- I try to move each day for at least thirty minutes. If I can, I head outside – I go first thing in the morning when it is quiet to avoid unnecessary contact, and that way I haven’t had time to find excuses to stay on the sofa. There are options if you want to stay in side.
- You could try out some free virtual workouts on the Premier’s Active April. This app also includes an activity timer so you can keep track of your physical activity and create a virtual team to complete workouts with.
- Stay active at home with MU Sport! You can download their Beginner Run plan, take advantage of their Online Fitness videos and Les Mills classes or complete a virtual workout via Zoom.
- My favourite option is learning choreography with youtube. I am distracted and happy at the same time.
- Find something you can control. This might be control over how you structure your ‘free’ time (acknowledging that there might be pulls on your time – like caring responsibilities/work – where you don’t have a lot of control), reading the materials in advance of class, and doing your best to answer the problems set in class (for example, Obs, PPL, Property all give you ample opportunity to take a stab at answers and check in with your teachers later).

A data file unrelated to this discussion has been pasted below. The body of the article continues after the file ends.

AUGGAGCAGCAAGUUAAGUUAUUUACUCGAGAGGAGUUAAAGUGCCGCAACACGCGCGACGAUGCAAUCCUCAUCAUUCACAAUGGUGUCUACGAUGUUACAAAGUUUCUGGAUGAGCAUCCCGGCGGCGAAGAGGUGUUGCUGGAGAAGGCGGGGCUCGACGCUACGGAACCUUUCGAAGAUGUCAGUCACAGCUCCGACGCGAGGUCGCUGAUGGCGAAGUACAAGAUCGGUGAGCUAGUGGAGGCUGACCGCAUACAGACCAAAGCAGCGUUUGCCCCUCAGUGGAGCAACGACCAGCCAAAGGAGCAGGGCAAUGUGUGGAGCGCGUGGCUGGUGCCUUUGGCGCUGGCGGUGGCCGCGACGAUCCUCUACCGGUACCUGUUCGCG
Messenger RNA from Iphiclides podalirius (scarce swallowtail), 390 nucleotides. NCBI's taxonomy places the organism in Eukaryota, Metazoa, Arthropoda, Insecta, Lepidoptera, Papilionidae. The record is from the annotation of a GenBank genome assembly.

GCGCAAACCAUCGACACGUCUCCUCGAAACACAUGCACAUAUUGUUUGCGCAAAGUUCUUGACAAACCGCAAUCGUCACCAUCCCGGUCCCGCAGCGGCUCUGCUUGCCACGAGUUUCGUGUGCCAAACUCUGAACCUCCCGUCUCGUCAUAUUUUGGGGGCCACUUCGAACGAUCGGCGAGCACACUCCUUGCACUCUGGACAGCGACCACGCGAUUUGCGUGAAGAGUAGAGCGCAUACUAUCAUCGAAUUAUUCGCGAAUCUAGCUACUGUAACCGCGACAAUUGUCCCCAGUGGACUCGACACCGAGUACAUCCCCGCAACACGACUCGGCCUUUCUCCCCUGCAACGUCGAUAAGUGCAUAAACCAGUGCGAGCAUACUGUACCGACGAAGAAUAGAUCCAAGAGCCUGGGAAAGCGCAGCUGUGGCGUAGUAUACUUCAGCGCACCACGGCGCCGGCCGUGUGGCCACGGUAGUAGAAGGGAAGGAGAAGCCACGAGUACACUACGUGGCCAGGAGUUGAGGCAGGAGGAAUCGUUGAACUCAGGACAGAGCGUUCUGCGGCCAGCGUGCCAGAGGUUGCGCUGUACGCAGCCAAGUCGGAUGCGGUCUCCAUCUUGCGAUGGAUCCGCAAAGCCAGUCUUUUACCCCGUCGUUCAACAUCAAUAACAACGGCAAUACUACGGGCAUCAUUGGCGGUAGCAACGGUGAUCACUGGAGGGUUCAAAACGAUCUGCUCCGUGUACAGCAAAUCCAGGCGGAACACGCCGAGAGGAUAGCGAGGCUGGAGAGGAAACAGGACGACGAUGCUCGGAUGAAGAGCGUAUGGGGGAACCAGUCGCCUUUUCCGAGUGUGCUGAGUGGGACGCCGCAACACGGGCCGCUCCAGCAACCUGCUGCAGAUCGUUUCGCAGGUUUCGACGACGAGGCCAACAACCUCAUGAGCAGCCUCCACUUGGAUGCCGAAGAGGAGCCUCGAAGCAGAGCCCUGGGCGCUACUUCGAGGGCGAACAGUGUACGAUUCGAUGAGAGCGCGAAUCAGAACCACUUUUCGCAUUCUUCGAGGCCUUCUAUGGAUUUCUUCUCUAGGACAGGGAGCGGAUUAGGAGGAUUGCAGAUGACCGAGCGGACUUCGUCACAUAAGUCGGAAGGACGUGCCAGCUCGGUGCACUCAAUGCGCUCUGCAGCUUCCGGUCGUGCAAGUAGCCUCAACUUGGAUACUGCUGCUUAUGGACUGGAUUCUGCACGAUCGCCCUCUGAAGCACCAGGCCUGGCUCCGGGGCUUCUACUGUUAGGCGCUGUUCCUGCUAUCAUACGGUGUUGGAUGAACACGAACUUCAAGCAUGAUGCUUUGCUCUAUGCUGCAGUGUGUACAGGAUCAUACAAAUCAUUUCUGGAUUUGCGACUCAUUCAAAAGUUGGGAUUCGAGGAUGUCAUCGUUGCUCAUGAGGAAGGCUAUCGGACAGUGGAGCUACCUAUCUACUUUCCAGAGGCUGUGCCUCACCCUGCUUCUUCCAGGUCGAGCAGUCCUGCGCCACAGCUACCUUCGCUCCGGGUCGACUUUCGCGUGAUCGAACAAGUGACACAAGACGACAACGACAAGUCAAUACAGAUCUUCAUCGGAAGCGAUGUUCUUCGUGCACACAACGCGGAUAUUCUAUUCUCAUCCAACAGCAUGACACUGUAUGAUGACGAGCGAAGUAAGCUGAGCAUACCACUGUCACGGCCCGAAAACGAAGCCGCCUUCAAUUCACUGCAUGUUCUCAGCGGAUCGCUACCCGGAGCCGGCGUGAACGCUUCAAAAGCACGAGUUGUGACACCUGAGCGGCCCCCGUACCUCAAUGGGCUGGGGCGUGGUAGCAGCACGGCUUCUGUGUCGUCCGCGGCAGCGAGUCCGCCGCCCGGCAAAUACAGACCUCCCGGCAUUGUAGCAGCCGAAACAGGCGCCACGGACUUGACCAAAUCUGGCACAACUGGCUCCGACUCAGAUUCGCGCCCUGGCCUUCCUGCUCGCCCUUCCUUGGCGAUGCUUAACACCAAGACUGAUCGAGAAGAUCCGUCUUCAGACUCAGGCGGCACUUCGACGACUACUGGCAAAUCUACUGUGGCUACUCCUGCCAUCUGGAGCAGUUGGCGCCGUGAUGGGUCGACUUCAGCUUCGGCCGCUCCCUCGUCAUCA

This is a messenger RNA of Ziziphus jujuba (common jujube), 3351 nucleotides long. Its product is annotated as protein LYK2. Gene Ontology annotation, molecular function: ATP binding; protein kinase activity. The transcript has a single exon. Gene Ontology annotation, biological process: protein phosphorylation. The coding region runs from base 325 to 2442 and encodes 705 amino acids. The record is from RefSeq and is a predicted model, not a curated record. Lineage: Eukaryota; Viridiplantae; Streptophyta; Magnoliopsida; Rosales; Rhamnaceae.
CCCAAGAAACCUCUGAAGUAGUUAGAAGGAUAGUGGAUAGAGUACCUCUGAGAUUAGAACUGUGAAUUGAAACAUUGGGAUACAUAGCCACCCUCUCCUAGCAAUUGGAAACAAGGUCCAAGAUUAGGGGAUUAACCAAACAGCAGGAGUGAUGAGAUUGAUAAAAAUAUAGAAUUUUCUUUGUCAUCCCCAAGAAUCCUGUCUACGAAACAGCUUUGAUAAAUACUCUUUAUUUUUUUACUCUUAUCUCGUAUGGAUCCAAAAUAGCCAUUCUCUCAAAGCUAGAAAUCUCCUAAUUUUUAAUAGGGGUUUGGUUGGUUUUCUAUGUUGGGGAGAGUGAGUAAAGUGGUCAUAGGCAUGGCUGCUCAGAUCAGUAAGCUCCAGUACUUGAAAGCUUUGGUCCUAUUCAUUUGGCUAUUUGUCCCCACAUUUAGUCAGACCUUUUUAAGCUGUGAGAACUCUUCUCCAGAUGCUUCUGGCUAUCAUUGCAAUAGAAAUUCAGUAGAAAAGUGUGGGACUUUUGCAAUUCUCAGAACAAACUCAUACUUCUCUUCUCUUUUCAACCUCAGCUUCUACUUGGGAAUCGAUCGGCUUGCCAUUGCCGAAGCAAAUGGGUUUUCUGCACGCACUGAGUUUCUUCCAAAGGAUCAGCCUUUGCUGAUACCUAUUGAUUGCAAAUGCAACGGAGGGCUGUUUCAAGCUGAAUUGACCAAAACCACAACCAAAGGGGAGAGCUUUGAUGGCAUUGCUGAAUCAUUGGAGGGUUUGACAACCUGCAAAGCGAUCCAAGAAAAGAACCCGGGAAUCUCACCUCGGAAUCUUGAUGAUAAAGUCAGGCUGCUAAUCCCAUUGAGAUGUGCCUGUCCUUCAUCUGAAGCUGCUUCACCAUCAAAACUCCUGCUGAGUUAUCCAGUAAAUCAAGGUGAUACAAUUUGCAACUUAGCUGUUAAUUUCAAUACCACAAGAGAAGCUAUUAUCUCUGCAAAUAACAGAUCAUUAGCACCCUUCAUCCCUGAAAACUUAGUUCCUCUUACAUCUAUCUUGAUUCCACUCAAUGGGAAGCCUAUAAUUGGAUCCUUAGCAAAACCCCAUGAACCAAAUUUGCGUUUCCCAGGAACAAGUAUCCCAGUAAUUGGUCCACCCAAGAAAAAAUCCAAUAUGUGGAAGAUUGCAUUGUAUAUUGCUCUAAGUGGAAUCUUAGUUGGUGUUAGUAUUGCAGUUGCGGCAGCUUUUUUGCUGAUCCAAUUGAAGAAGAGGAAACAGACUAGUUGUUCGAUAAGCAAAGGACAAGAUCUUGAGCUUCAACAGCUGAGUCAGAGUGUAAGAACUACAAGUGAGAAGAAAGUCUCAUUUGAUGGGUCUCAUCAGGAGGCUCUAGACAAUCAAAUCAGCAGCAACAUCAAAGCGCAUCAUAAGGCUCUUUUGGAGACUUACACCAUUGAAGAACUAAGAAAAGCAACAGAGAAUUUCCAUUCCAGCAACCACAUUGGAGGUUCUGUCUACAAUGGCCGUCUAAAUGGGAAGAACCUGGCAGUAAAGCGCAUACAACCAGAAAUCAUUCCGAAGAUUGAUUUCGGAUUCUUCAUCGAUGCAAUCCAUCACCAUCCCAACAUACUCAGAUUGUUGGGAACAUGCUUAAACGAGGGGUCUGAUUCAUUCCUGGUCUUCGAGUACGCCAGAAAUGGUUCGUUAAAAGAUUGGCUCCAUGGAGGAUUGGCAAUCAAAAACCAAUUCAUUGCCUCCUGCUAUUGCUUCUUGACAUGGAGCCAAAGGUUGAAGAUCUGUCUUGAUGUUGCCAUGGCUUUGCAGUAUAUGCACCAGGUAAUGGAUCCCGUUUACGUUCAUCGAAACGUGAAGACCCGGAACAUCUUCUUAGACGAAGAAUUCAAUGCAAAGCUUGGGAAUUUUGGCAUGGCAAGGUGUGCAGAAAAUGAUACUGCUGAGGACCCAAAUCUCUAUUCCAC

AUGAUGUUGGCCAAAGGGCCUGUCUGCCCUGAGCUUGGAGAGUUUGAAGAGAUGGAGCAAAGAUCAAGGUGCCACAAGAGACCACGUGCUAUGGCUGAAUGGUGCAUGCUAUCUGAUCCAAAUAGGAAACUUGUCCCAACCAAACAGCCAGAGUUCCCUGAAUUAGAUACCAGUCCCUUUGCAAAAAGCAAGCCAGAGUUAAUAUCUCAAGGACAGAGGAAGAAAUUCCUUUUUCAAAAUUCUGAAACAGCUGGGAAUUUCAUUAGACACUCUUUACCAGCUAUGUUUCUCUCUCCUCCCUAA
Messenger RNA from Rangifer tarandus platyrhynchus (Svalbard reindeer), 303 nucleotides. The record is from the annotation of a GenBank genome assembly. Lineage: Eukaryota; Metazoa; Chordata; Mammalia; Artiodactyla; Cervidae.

- I use lists to help with the sense of control. You might write up a list of the things you need to do to finish your assignments, prepare for exams, take care of your space, ensure you have good food to eat, and manage your health (exercise, food, sleep, etc). Block out the time in your calendar and find a way to reward yourself after you accomplish each task. I am partial to comedy on Youtube and Netflix – but whatever works for you.
- I try to establish routines that mark my transition to and from work and I think you could try the same technique for study. You used to travel to the law school. Now you might be traveling a few feet. Try to create a routine that sets you up to focus and then to relax. Might be a song that ramps you up or calms you down, or time set aside to read the news, a cup of coffee in the morning and a cup of herbal tea in the evening, email/talk with your friends, non-law reading, walks, runs, or dancing in the kitchen. It doesn’t matter what you use for a routine, creating that mental and emotional space between rest and study will help you create and maintain healthy boundaries.
- Be kind to yourself and others. We are all truly doing the best we can in difficult situation.